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A team has conducted a study in which an introductory class was randomly divided into two groups. Group 1 was administered a dosage of alcohol. Group 2 was given an equvialent dosage of marijuana. Fifteen minutes after administration, both groups were asked to solve a puzzle. The experimenter recorded the amount of time in seconds it took for each subject to solve the puzzle.

Now, in this case, will the given data for each group be considered as sample or population?

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    $\begingroup$ "equivalent dosage" seems a bit suspect. Off the topic of your question but saying in case this is your research project. $\endgroup$
    – user14281
    Commented Oct 2, 2012 at 5:24

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It depends on to whom you wish to generalize your final results. If your sole interest was just to see how these people react and you don't care about inference, they are your population. If you wish to use the results to somehow infer how other similar people may behave under influence, then they are samples. Most studies tend to do the latter.

Also, for the inference to be valid, the sample should be drawn from the population with a known probability. The more the sampling deviated from the being probability-based, the shakier the inference will become.

It may also be worth mentioning that attributing exposure such as alcohol or marijuana to human subjects probably will not pass through ethical review process. Don't jump into answering the design feature before making sure that it's not a trick question.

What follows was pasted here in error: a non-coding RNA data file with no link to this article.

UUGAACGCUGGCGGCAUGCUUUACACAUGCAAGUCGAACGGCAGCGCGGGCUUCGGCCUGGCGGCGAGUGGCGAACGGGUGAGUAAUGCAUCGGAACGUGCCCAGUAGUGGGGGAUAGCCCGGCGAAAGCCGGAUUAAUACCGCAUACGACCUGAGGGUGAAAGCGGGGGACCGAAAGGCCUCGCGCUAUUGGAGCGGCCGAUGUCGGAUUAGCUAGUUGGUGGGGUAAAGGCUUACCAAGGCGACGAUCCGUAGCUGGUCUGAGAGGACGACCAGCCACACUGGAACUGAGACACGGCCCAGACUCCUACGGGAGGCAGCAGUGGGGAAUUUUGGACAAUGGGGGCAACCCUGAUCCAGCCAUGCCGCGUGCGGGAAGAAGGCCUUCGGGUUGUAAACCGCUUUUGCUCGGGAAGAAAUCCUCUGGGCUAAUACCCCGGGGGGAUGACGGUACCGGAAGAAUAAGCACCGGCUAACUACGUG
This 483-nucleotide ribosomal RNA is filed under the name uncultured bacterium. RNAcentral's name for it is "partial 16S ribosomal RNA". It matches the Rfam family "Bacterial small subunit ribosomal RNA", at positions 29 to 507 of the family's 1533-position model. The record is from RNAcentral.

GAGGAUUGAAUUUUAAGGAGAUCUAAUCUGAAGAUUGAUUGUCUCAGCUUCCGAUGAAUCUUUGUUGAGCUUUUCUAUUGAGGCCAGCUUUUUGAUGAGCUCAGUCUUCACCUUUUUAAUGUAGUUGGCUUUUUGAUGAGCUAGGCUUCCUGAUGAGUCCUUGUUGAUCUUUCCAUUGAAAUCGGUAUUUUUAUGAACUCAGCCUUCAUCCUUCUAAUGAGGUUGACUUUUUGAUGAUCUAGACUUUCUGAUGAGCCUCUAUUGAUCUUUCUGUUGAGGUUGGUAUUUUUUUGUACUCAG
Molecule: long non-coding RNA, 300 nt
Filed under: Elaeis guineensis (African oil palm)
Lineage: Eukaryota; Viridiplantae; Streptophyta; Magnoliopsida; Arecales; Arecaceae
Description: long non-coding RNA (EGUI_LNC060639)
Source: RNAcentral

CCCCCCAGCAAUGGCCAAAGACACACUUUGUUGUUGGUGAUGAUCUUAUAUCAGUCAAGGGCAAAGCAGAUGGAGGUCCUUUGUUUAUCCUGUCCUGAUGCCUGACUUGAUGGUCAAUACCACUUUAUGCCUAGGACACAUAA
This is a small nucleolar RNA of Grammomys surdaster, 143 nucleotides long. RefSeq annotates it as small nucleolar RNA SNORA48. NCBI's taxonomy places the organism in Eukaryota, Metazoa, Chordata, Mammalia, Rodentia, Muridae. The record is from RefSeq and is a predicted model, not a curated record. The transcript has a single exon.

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As @Michael said, this would be considered a sample. One additional question is "from what population"? That is harder to say, but this is a problem that bedevils many studies. Often researchers will assume that a sample like this is "almost random" or something like that. What is the population, though? All college students? All students in this particular university? All students taking this type of class? All humans?

To consider these two groups as populations would be to say that you aren't interested in generalizing the study at all.

This is tricky stuff that often gets little attention.

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For the purposes of statistical tests, this would be considered a sample. For example the average time for group 1 to complete puzzle is $\bar X_1 $ and not $\mu_1$ the population mean.

Using a small group (or even large group) to determine effect of alcohol on 'completion time' of puzzle, cannot give you $\mu_1$. The population mean is usually something 'imaginary' (unless we know the exact distribution) often approximated by $\bar X$.

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    $\begingroup$ I agree. The population is often a construct representing abstractly an infinite number of in your case two populations of students, one that is treated with alcohol and the other that is treated with marijuana. Statistical inference is made by assuming a parametric or nonparametric model for this population and the test subjects are viewed as though they are a randomly selected sample from this population. In other situations such as with survey sampling, the population is a finite sampling from from which an actual random sample is selected. $\endgroup$ Commented Oct 2, 2012 at 10:29

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